Dry-Ice Cleaning Pays Off Big For High-Tech Molder
Mold running time has been increased by 200-500% at Performance Plastics.
Performance Plastics, Cincinnati, is a custom molder specializing in small, complex precision parts in high-performance engineering materials for the medical-device, energy, aerospace/defense, industrial, electronics, and food/ beverage industries (see July ’12 On-Site feature).
“From design through production, we do what others have dreamed of, failed at, or said can’t be done,” says Tom Mendel, president and CEO. “We are defined not by the industry served, but by the materials we run, the sophisticated tooling we use, and the tight tolerances we hold. We are pushing the envelope here—running 150 mph in a 20-mph zone. We do lots of R&D, lots of engineering, and lots of hard stuff.”
The molder has aggressively lowered its per-part cost with a proprietary, high-volume, direct-gating hot-runner process. The molder has run PEEK since it was first introduced in the early 1980s, and is an approved processor of Torlon (Solvay’s polyamide-imide). Performance Plastics also been involved in development work with LCPs, and is one of the few molders able to run FEP fluoropolymer in eight-cavity, high-volume molds with hot runners.
Keeping the mold clean is a must for any processor. But in Performance Plastics’ case there are two challenges. First, its molds are heated to 450 F, with melt temperatures soaring as high as 800 F. This generates gases that, when liquefied, can stick to the mold—like tar, as Mendel puts it.
Second, when the plastic runs from one end of the part and flows to the end of fill, the gas must be vented through a very precise opening in the mold—one that lets the gas out but does not allow the polymer to escape. This vent at the end of fill gets clogged from the buildup of the volatiles that condense when the mold is cooled. If the tool doesn’t vent properly, problems occur: The gas can destroy the mold material and affect part quality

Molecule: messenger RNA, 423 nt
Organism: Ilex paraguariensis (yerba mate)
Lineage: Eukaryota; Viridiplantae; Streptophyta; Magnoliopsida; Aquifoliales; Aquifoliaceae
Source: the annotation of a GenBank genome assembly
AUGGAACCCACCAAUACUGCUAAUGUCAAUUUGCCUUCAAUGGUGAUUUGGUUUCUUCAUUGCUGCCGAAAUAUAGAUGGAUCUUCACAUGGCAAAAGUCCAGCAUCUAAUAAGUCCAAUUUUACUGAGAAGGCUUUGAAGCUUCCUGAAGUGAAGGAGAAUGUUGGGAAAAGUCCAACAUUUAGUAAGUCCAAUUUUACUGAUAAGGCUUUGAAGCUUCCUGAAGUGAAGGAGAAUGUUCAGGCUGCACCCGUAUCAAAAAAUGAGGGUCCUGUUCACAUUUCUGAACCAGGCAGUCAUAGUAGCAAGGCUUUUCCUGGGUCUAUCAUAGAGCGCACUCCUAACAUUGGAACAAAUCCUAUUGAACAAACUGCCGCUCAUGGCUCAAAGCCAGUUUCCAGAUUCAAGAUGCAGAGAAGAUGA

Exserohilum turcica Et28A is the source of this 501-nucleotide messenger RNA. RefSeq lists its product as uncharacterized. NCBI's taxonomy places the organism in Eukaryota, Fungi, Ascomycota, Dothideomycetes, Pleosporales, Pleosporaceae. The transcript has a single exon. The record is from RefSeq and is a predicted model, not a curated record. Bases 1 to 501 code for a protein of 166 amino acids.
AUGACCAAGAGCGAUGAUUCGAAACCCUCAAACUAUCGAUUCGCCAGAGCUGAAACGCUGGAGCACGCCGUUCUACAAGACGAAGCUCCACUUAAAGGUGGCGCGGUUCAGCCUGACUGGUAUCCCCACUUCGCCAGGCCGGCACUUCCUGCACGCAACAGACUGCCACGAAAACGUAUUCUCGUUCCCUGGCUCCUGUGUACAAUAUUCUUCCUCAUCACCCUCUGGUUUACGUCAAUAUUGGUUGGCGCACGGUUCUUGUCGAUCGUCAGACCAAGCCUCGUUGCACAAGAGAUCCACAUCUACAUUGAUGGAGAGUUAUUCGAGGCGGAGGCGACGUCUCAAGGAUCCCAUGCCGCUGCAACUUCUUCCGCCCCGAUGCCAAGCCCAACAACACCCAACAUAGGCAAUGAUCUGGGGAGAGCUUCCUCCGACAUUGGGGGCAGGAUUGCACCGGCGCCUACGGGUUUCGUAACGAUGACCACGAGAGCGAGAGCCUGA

Mold cleaning usually requires a complete teardown, which is time-consuming and can sometimes result in mold damage due to the cleaning media and solvents involved. But Mendel, acting on the recommendation of a colleague, tested an unfamiliar method: dry-ice blasting with the i3 MicroClean from Cold Jet, LLC, Loveland, Ohio. This dry-ice cleaning system uses non-abrasive pellets or blocks of recycled CO2 that won’t damage mold surfaces or components. The combination of dry-ice blast cleaning’s kinetic energy and thermal effects break the connection between the dirt and mold surface, lifting away contaminants.
Mendel and his team were quickly convinced after the testing phase. Since implementing the Cold Jet solution, Performance Plastics has been able to extend the running life of its molds
by cleaning in the press—including the vent and ejector pins—extending time between complete teardowns.
Mendel states, “I would say that using the Cold Jet cleaning process extends the running time of our molds by 200-500%. It saves us from cooling the mold down, removing it, disassembling it, reassembling it, putting it back in, and heating everything up. That is a lot of time and risk for damage.”
The Cold Jet system has also given Performance a lot of flexibility during mold cleaning. Operators can apply just the right pressure to prevent damage, which is something they could not always do when using solvents and wire brushes. Shutoffs on certain high- pressure molds must be within 0.0004 in.—because at 0.0005 in. the part will flash, and at 0.0002- 0.0003 in. it can’t be vented and will destroy the metal.
Moreover, because a cleaner mold equals a better part, and the molds at Performance can be cleaned quickly while running, the part is vented more effectively. And Performance Plastics now needs only one person to clean the mold, freeing up key personnel for other tasks.
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